"Memorial to Francis Edward Hurt, Esq.,
of Alderwasley, died March 22, 1854, aged 73 years.
Erected by public subscription, 1855

Window designed by Sir Edward Burne-Jones and William Morris

Morris designed the angels in the upper segments of the window.
Burne-Jones was responsible for the Angel Gabriel, St. Mary, Elizabeth and several of the prophets.

Three figures from the window (below), installed in memory of James and Hannah Nall.

St. Mary

St. Paul


Amongst the monuments inside the church is an altar tomb to Anthony Gell, who founded the school and almshouses, and is dated 1583. His effigy shows him wearing a long gown and there are a ruffs around his neck and wrists.

1930s sepia photograph of Wirksworth Church

1. Illustration by Nellie Erichsen from Firth[1].
2. Photograph of Wirksworth Church by Frank Clay.
3. Sepia images from Mee, Arthur (ed.) (1937) "Derbyshire: The Peak Country", The King's England Series, Hodder and Stoughton Limited, London. Mee acknowledges the work of his Art Editor, Sidney Tranter, but is not specific about who provided which picture, although contributors included the National Trust and Valentine and Sons.
4. Mediaeval Paving Tiles from "The Reliquary" Vol.XI (1870/1), Plate XVIII[8].
5. Drawing of coffin lid from Cox[2].
All the above images in the collection of, provided by and © Ann Andrews
6. A series of photographs were taken in the summer of 2016 for this web site by and © Susan Tomlinson.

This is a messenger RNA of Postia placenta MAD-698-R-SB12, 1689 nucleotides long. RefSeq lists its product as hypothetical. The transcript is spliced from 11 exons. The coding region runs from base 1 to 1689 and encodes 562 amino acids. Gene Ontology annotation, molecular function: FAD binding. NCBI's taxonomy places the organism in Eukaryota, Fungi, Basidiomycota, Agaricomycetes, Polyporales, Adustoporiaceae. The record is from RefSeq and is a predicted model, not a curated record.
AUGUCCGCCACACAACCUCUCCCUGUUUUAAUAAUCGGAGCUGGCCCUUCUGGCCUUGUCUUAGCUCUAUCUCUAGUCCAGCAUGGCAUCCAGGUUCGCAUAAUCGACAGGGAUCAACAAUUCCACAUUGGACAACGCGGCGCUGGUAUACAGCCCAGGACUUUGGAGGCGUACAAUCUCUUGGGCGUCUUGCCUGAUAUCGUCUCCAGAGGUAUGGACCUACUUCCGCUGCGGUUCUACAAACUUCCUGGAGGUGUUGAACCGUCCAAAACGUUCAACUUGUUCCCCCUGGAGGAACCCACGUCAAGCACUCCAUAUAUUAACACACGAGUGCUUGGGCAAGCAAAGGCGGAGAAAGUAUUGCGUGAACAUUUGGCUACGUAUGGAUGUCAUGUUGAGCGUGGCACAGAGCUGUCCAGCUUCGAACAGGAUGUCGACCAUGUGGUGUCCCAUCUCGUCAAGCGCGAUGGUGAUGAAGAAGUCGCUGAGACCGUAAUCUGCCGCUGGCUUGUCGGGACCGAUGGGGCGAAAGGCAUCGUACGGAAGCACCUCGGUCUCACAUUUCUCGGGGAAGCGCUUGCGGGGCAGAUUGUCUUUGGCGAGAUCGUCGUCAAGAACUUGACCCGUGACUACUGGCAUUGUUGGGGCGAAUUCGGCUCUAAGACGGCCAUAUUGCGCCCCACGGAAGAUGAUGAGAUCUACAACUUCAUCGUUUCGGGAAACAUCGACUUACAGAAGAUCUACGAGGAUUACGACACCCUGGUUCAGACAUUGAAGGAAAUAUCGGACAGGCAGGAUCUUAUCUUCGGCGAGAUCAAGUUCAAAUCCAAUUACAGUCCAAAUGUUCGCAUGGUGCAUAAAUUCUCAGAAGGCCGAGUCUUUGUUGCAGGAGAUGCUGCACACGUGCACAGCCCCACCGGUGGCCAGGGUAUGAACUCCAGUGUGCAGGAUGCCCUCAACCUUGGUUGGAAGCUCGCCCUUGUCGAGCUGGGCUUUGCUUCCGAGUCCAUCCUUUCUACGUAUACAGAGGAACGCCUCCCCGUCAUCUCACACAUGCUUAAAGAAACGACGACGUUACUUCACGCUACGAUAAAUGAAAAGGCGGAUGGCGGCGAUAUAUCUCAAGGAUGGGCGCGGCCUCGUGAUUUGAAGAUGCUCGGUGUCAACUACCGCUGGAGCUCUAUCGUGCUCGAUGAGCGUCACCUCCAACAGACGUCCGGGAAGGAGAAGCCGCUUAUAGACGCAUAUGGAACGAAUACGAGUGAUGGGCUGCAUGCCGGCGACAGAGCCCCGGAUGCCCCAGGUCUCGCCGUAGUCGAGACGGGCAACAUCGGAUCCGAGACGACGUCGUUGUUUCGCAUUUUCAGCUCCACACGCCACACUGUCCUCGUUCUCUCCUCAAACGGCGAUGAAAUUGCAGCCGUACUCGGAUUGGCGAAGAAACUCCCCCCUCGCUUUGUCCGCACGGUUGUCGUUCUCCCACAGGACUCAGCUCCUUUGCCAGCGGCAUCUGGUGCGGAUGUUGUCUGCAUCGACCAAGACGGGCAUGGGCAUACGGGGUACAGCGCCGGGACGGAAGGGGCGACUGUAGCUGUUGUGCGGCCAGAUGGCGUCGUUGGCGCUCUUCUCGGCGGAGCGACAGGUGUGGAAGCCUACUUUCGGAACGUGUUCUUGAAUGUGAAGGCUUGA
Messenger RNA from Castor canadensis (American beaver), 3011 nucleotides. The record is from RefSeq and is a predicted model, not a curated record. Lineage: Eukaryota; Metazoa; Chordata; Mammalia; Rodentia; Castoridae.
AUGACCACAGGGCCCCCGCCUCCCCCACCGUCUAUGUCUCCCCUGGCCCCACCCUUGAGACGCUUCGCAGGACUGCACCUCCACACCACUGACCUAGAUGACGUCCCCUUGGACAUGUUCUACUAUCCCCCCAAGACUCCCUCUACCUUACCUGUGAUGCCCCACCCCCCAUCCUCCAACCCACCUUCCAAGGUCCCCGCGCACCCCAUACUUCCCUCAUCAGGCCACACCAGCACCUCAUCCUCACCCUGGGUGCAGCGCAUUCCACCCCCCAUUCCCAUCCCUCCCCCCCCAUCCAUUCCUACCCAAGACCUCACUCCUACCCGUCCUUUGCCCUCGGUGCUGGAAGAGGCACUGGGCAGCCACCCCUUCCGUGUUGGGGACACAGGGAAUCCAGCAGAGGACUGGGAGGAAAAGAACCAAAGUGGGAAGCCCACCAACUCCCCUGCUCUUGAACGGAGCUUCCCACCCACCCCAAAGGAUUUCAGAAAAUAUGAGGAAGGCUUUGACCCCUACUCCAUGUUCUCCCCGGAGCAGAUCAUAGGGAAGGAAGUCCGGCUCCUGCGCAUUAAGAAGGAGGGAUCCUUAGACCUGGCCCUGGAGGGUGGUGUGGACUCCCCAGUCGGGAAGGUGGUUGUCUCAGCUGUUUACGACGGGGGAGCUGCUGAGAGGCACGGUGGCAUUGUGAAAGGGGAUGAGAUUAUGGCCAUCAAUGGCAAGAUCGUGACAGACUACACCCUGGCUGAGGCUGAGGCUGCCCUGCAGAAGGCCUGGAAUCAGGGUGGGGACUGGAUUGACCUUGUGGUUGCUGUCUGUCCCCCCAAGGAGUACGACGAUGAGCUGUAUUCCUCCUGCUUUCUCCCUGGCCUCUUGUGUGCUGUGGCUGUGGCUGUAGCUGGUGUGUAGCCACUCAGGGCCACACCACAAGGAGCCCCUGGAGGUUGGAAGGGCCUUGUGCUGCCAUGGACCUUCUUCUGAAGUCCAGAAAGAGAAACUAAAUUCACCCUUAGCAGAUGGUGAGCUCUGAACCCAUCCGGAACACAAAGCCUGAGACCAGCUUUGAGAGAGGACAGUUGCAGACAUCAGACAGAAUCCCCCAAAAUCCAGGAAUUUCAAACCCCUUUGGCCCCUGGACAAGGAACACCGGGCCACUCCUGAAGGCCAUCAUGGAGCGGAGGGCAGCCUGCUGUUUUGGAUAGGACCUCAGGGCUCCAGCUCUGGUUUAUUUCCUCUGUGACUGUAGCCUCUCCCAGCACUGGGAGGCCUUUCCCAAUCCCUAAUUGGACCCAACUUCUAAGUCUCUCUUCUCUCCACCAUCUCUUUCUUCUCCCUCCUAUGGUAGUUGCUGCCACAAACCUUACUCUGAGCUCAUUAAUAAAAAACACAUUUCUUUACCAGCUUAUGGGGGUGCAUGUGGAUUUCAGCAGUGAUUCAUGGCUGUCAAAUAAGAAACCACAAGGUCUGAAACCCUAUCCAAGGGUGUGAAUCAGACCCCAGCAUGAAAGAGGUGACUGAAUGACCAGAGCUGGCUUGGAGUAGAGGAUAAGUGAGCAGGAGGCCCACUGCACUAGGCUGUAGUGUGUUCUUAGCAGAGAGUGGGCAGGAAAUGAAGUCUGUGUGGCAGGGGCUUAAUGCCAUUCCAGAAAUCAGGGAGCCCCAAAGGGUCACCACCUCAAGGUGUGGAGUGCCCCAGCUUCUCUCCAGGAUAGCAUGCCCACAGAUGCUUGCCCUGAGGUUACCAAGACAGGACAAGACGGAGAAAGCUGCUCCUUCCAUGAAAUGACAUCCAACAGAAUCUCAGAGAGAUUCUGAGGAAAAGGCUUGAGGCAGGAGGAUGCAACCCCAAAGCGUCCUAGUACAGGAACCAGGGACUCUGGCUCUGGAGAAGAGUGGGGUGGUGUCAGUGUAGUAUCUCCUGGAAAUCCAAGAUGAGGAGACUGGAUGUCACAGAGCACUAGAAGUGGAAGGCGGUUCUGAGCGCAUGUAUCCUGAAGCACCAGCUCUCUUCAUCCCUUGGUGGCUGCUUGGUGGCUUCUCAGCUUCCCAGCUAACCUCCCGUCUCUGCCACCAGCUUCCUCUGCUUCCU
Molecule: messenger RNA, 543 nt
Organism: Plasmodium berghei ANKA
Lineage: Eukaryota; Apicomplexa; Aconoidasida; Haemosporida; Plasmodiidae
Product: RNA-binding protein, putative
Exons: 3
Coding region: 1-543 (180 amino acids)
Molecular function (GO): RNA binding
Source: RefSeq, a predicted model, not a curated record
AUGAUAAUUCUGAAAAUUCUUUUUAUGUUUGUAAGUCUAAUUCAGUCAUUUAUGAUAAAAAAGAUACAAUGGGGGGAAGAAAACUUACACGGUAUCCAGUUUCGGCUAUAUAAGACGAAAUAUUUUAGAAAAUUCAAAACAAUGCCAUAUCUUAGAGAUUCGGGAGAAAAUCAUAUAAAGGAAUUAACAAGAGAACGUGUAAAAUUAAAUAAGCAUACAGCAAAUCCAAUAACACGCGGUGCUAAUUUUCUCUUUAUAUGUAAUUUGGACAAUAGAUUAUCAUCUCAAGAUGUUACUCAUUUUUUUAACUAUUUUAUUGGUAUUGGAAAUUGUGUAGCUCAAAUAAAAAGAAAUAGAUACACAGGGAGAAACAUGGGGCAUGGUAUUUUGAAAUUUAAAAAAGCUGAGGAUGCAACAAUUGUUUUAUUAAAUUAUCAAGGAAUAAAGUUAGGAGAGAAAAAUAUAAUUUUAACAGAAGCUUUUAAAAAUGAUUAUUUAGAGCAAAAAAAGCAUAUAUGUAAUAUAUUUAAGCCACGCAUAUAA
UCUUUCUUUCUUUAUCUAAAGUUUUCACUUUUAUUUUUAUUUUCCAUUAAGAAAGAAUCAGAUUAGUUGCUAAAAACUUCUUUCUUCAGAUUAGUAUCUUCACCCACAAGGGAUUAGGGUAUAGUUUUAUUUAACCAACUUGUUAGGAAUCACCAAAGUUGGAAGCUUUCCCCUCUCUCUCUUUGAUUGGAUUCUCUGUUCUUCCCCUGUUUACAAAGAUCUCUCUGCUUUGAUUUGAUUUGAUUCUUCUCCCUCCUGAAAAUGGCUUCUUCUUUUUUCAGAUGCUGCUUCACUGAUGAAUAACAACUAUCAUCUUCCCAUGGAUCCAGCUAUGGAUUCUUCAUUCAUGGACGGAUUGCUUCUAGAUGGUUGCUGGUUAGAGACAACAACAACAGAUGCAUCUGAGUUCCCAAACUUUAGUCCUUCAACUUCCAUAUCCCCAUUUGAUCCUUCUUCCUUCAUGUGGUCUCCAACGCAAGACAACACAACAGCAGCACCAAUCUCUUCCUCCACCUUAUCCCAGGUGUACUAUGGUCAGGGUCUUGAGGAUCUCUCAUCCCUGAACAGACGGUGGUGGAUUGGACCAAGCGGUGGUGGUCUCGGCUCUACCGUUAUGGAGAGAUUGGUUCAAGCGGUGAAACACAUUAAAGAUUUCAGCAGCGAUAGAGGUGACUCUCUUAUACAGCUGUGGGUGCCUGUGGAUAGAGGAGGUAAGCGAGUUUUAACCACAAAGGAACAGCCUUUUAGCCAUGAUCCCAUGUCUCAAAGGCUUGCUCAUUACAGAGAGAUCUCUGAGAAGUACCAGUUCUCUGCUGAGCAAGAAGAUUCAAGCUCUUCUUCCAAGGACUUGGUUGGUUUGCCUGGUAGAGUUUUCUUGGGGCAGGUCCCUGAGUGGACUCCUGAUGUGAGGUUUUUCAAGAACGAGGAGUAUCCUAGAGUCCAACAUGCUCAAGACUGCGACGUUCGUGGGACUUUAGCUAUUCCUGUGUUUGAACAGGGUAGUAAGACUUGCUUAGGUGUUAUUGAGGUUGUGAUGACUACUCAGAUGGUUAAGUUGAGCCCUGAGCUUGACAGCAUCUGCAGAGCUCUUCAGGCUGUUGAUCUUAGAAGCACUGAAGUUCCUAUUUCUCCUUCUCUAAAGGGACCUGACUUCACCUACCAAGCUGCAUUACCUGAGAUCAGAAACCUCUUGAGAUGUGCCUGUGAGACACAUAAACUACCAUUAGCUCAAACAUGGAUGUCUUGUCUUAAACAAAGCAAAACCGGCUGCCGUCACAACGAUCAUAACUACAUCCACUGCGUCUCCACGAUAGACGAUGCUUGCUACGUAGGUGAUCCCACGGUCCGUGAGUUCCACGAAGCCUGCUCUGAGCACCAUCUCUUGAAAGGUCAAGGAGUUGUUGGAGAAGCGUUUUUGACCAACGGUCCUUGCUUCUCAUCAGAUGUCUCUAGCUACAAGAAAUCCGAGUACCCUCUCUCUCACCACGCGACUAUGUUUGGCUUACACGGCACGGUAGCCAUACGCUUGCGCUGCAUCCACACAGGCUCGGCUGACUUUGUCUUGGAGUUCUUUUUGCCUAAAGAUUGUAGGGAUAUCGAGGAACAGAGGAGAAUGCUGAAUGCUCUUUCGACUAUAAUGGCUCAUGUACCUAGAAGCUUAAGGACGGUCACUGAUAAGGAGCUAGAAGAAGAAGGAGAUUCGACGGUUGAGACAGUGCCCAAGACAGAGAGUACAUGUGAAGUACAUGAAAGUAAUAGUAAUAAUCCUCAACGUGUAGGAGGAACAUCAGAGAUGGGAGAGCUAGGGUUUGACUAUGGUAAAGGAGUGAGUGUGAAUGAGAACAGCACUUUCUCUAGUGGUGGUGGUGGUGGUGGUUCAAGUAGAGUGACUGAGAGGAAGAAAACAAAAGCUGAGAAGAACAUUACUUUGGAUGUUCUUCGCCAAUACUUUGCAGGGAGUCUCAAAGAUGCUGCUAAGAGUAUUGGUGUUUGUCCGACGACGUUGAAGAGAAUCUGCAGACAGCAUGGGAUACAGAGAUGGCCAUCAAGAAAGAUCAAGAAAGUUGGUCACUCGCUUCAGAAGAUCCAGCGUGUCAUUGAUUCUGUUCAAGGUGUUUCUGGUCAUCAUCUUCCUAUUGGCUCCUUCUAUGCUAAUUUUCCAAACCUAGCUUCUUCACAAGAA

Written, researched by and © Ann Andrews.
Intended for personal use only.


[1] Firth, J. B. (1908) "Highways and Byways in Derbyshire" MacMillan & Co., London.
[2] Cox, J. Charles (1877) "Notes on the Churches of Derbyshire Vol II" Chesterfield: Palmer and Edmunds, London: Bemrose and Sons, 10 Paternoster Buildings; and Derby.
[3] Rhodes, Ebenezer (1824) "Peak Scenery" pub. London, Longman, Hurst, Rees, Orme, Brown, and Green, Paternoster Row. The publication date is from my own copy, but J. B. Firth was quoting from an earlier edition.
[4] "Wirksworth Urban District Council Official Guide", date unknown but © Ed. J. Burrows & Co. Ltd., Publishers, Cheltenham & London.
[5] Cox, John Charles, (1915, 2nd edition, revised), "Derbyshire" - Illustrated by J. Charles Wall, Methuen & Co., London.
[6] "Derby Mercury", 15 May 1872. Re-opening of Wirksworth Church.
[7] "Derbyshire Times", 21 May 1870, and other newspapers.
[8] Jewitt, Llewellynn (ed.) (1870/1), "The Reliquary" Vol.XI pub. Bemrose & Sons.
[9] "Derby Mercury", 28 March 1855. The Memorial Window to the late Francis Hurt, Esq.
[10] Kelly's Directory of Derbyshire, 1912.
[11] Jenkins, Simon (1999) " England's Thousand Best Churches", Allen Lane, The Penguin Press, Penguin Books Ltd., 27 Wright's Lane, London, W8 5TZ, England, ISBN 0-713-99281-6. He awarded St. Mary's three stars.

Also see, elsewhere on this web site:
The Gentleman's Magazine Library has a section on Wirksworth
Derbyshire's Parishes, 1811 includes a short piece about Wirksworth. Peter Davies does not mention a spire on top of the tower.

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Melbourne Church was also restored by Sir Gilbert Scott